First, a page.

CFOs are no longer 'bean counters.' They can serve as role models on driving culture, and how they can improve employee well-being and satisfaction, says one finance expert.
The role of the hospital CFO has evolved greatly, broadening the position's responsibilities to go beyond balancing the budget. In addition to financial wellness goals, CFOs now lead efforts that can help grow an organization through its labor, security, equality, and healthcare strategies.
The Deloitte Center for Health Solutions has released findings from a recent survey of U.S. finance leaders at health systems and health plans to find out how CFOs are taking on the challenges of their ever-evolving roles and overcoming them.
Some of the key findings from the survey include: Talent is CFOs' main concern, as is finding workforce solutions such as automation and upskilling. Additionally, four in five CFOs want to lead organizational efforts to address sustainability, climate, and health equity, and nine in 10 CFOs have defined their organizations' ESG strategy but admit there's still work to be done on implementation.
HealthLeaders recently connected with Tina Wheeler, U.S. healthcare leader for Deloitte to discuss the evolution of the CFO and the findings from the Deloitte survey.
HealthLeaders: How has the CFO position changed?
Tina Wheeler: We used to think of a CFO as the bean counter, who just reported out on the numbers, and that was their purview, but they're almost becoming stewards of the organization, and they're getting involved in a lot of different areas. It used to be that CFOs weren't involved necessarily with workforce issues or shortages. But because it's such a significant percentage of their expense line item on their income statement, they're having to get involved and try to be a solution and figure out how to manage this.
When you think about the post-COVID-19 workforce dilemmas around in-person versus hybrid versus virtual, CFOs can be role models to show how in their finance shop—at least for the back-office functions—how they can drive culture, but also improve employee well-being and satisfaction by trying to be flexible and nimble and try to determine that balance.
We used to always say that was just on the HR side of things, but CFOs are having to get involved in that piece of [the business]. As stewards of finance and capital investments, CFOs are influential when it comes to deciding to build a new hospital or invest in technology. They are such a strong voice in the C-suite. Thinking about things strategically, digital transformations, coupled with the workforce, I think their roles have significantly expanded in that regard.
HL: What did the research reveal about the status of healthcare finance?
Wheeler: It is a mathematical equation. Health systems can only change their prices once a year. So, they're stagnant. But the unprecedented increase in cost in this inflationary environment, whether it's labor costs, nursing shortages, or supply chain, kind of all compounded and caught up to the health systems. So, CFOs are trying to find solutions to figure out how they can manage their way out of them.
HL: What are some of those solutions?
Wheeler: During COVID, a lot of health systems had to put the brakes on investments, whether it was in capital or in technology, and now that's become a business imperative. They must go through a digital transformation. Let's look at the workforce, as one example. If you have shortages and you can't hire enough people, how do you use artificial intelligence or robotic process automation to solve that challenge? We've heard stories about how nurses want to spend their time caring for patients; they don't want to be dealing with electronic medical records or taking notes. So how can you ease that burden, so that you can improve employee satisfaction and try to avoid burnout? Those are a couple of tactics from a workforce perspective.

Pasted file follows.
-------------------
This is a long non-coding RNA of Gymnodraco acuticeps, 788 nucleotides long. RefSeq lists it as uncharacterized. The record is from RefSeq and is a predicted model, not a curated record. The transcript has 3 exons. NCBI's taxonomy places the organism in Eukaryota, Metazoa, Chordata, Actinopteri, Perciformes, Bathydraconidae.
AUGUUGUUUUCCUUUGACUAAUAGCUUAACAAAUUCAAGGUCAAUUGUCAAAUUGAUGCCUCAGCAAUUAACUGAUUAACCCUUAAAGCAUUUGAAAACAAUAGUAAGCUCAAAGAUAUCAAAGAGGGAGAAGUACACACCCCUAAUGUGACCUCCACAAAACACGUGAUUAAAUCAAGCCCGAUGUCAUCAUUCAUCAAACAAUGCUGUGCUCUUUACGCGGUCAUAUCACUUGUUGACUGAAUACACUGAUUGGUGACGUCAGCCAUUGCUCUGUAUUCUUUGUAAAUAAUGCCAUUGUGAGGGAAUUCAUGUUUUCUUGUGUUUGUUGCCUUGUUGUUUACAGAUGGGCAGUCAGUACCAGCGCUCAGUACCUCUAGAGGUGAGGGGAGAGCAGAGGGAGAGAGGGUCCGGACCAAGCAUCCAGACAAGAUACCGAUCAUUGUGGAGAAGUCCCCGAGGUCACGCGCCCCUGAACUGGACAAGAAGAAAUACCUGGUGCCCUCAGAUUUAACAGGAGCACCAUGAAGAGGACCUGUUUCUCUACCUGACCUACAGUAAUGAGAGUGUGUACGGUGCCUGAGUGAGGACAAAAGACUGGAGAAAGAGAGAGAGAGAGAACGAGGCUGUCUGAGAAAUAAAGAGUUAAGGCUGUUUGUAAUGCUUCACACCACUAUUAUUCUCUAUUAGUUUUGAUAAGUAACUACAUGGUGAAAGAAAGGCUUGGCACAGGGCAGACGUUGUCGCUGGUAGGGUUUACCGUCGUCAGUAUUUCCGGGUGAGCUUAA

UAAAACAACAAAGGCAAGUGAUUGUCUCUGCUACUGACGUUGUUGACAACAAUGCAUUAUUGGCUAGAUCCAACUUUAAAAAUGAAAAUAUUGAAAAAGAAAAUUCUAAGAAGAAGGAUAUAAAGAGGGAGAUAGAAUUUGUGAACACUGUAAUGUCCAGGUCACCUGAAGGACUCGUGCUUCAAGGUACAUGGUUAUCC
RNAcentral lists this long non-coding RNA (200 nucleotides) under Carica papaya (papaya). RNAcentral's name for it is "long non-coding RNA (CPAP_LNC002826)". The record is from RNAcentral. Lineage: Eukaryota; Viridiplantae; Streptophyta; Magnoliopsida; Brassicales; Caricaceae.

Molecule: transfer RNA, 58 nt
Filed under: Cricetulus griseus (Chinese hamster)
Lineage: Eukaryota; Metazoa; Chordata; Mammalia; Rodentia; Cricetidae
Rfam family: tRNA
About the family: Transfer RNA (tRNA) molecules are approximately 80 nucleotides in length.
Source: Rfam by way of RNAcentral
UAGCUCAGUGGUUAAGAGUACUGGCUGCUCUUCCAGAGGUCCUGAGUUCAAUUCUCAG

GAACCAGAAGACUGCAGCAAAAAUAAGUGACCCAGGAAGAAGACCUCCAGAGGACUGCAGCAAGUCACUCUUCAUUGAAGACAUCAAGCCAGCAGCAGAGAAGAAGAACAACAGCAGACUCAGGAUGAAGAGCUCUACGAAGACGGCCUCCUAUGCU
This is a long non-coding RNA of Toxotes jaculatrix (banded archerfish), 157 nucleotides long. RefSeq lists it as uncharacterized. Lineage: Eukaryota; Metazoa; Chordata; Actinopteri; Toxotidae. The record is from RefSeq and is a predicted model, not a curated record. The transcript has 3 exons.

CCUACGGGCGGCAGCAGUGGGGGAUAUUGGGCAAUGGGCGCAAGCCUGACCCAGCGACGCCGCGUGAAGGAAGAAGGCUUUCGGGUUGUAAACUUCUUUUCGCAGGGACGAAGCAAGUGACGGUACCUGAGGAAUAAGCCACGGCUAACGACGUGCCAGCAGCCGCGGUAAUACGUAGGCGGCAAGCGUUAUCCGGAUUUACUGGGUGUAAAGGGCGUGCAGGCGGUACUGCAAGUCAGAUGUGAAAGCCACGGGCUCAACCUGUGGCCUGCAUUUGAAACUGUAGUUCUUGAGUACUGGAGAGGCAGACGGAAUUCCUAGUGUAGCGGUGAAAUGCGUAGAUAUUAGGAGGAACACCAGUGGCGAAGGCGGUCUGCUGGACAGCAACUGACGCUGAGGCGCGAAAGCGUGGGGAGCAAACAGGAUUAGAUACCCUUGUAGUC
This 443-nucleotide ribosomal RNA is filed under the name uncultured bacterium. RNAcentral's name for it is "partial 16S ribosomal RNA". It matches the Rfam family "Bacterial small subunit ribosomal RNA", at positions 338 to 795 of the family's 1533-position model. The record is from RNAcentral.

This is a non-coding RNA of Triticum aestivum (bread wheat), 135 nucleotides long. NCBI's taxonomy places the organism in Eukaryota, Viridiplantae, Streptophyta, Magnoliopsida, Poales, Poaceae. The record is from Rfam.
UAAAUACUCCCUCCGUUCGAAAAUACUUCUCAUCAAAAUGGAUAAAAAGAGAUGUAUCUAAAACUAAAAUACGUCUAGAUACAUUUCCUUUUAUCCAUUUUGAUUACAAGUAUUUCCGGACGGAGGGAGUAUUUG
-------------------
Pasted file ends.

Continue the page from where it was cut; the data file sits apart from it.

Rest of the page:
If you look at the history of health systems and how they came together, a lot of times it's pushing a bunch of different hospitals with a lot of different IT systems together, and they never harmonized those IT systems across the spectrum of this new, large health system. A digital transformation and the harmonization of the system is key. So is looking at your ERP so that you have better data for better decision-making so you can be nimbler, especially when you're facing financial challenges.
HL: In what areas are hospital and healthcare CFOs looking to make greater investments?
Wheeler: Digital transformation, so streamlining their ERP system and focusing on cybersecurity. There are so many points where technology is touching their systems. Consumers of healthcare are tech-savvy. They want to have a welcoming front door that they can access with their iPhone or whatever smartphone they have. So, then it becomes about having enough cybersecurity that [makes] you feel comfortable and safe. CFOs recognize how important this is and that is resulting in more IT security investment, coupled with continued digital transformation.
HL: What do you think CFOs will be focusing on over the next six to 12 months?
Wheeler: Margin pressures, how to enhance revenue, how to control costs, and how to deal with the workforce. They'll also want to focus on evolving their digital tools, and digital capabilities, and enhancing the patient experience while improving efficiency and driving down costs. Watching the journey that healthcare organizations have gone on related to health equity, sustainability, or ESG will be top of mind.
Amanda Schiavo is the Finance Editor for HealthLeaders.